It is important to note that this measure is a statistical one only and does not account for factors that have the potential to affect the IDF values such as decadal instrument errors, changes to station locations, climate variability, or long-term climate change. Other measures are taken to address each of these potential sources of uncertainty such as adjustment and homogenization of stations, using long time periods to derive IDF curves, and computing future projections of IDF curves.

ECCC IDF curves represent confidence intervals in a very specific way.  Solid lines/crosses indicate that the 95% confidence interval for the curve/point in question is narrow – less than 25% of the central rainfall intensity value (in other words, uncertainty in the value is relatively low).

Conversely, dashed lines/circled crosses indicate curves/points where the 95% confidence interval is wide – more than 25% of the actual rainfall intensity value.  In this situation (which occurs more often for shorter durations, and longer return periods), the central value of rainfall intensity should be treated with relatively more caution.

How are IDF Curves produced?

IDF curves are produced using rainfall data that is collected by the Meteorological Service of Canada, ECCC. First, rainfall data is obtained from a weather station that is part of the national network operated by ECCC and housed in the National Climate Archive.

To record rainfall data, a weather station must be equipped with a tipping bucket rain gauge (TBRG) that can record rainfall amounts for periods as short as 5 minutes. This data is then carefully reviewed to ensure that, for example, it is not influenced by equipment malfunction, and that the data captures extreme rainfall events that is consistent with other station, radar and satellite data.

After the initial quality control work has been performed, the next step is to find the maximum rainfall amounts for each duration, and for each year. These values are referred to the as annual maximum series (AMS) of rainfall.  In the case of IDF curves provided by ECCC, IDF curves are only produced for stations that, after all review and data quality control is complete, have an AMS of rainfall that contain annual maximum values for 10 or more years (to learn more about this process visit the Engineering Climate Datasets).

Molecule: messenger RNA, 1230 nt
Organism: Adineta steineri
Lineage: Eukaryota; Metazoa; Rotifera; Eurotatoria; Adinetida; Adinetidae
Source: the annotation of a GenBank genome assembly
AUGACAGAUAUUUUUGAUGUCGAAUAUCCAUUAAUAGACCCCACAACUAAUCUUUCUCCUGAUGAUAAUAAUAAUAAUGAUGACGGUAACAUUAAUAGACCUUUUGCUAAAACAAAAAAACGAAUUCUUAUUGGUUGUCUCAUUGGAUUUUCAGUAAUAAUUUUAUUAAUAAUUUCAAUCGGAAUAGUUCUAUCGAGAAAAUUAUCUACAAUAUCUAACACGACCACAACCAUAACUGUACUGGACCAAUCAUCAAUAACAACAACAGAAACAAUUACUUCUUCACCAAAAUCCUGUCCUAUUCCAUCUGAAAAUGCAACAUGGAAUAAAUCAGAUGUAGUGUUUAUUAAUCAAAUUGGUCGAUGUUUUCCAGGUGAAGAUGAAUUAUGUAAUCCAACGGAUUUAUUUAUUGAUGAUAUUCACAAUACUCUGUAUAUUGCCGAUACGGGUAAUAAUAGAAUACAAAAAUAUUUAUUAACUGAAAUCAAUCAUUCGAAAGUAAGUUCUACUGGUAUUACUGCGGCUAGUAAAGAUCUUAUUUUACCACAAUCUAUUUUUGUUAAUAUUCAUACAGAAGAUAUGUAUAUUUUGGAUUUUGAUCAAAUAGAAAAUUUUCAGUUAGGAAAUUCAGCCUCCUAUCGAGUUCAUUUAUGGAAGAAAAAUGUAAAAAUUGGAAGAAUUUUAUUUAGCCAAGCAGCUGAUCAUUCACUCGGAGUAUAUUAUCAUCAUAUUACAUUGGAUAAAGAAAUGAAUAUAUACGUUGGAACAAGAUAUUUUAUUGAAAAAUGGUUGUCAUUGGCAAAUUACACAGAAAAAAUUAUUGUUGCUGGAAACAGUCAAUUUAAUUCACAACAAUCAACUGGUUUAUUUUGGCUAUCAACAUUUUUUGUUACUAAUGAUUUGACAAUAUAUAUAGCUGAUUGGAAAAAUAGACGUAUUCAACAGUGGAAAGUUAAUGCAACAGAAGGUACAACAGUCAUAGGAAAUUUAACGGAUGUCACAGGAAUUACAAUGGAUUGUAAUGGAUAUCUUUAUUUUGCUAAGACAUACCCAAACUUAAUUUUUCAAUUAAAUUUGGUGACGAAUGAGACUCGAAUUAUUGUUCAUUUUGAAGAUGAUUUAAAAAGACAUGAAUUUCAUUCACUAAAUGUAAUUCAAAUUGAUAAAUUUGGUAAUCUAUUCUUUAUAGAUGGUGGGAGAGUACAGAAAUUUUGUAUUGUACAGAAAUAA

In order to calculate extreme values for specific return periods, the AMS is fitted to the Gumbel extreme value distribution using the method of moments. In simple terms, this is just a statistical method to estimate extreme return period values from limited observational data.

Return period estimates correspond to rainfall event probabilities at a single location: the weather station at which the rain measurements were taken. They do not reflect rainfall amounts or rates over wider areas. Since IDF curves are based on the analysis of historical rate-of-rainfall data, they do not explicitly incorporate any projected future changes due to a changing climate.

Similarly, because of climate change, IDF curves based on very old historical data may not be valid for the present day. Finally, the term ‘return period’ should not be taken to imply that these extreme events recur on a regular, steady cycle. For example, the term ‘1-in-25 year’ rainfall does not imply that a rainfall of this magnitude occurs regularly every 25 years. Instead, it means that a rainfall event of this magnitude has a 1-in-25 (4%) chance of occurring in any given year. Indeed, it is possible to have 1-in-25 year events in consecutive years, or, not at all for 30 years.

Now that you have completed reading IDF Curves 101, you may be interested in Best Practices for Using IDF Curves.

For more information on the impacts of climate change in Canada, see Canada’s Changing Climate Report.

For any questions about using climate data and information, please contact the Climate Services Support Desk.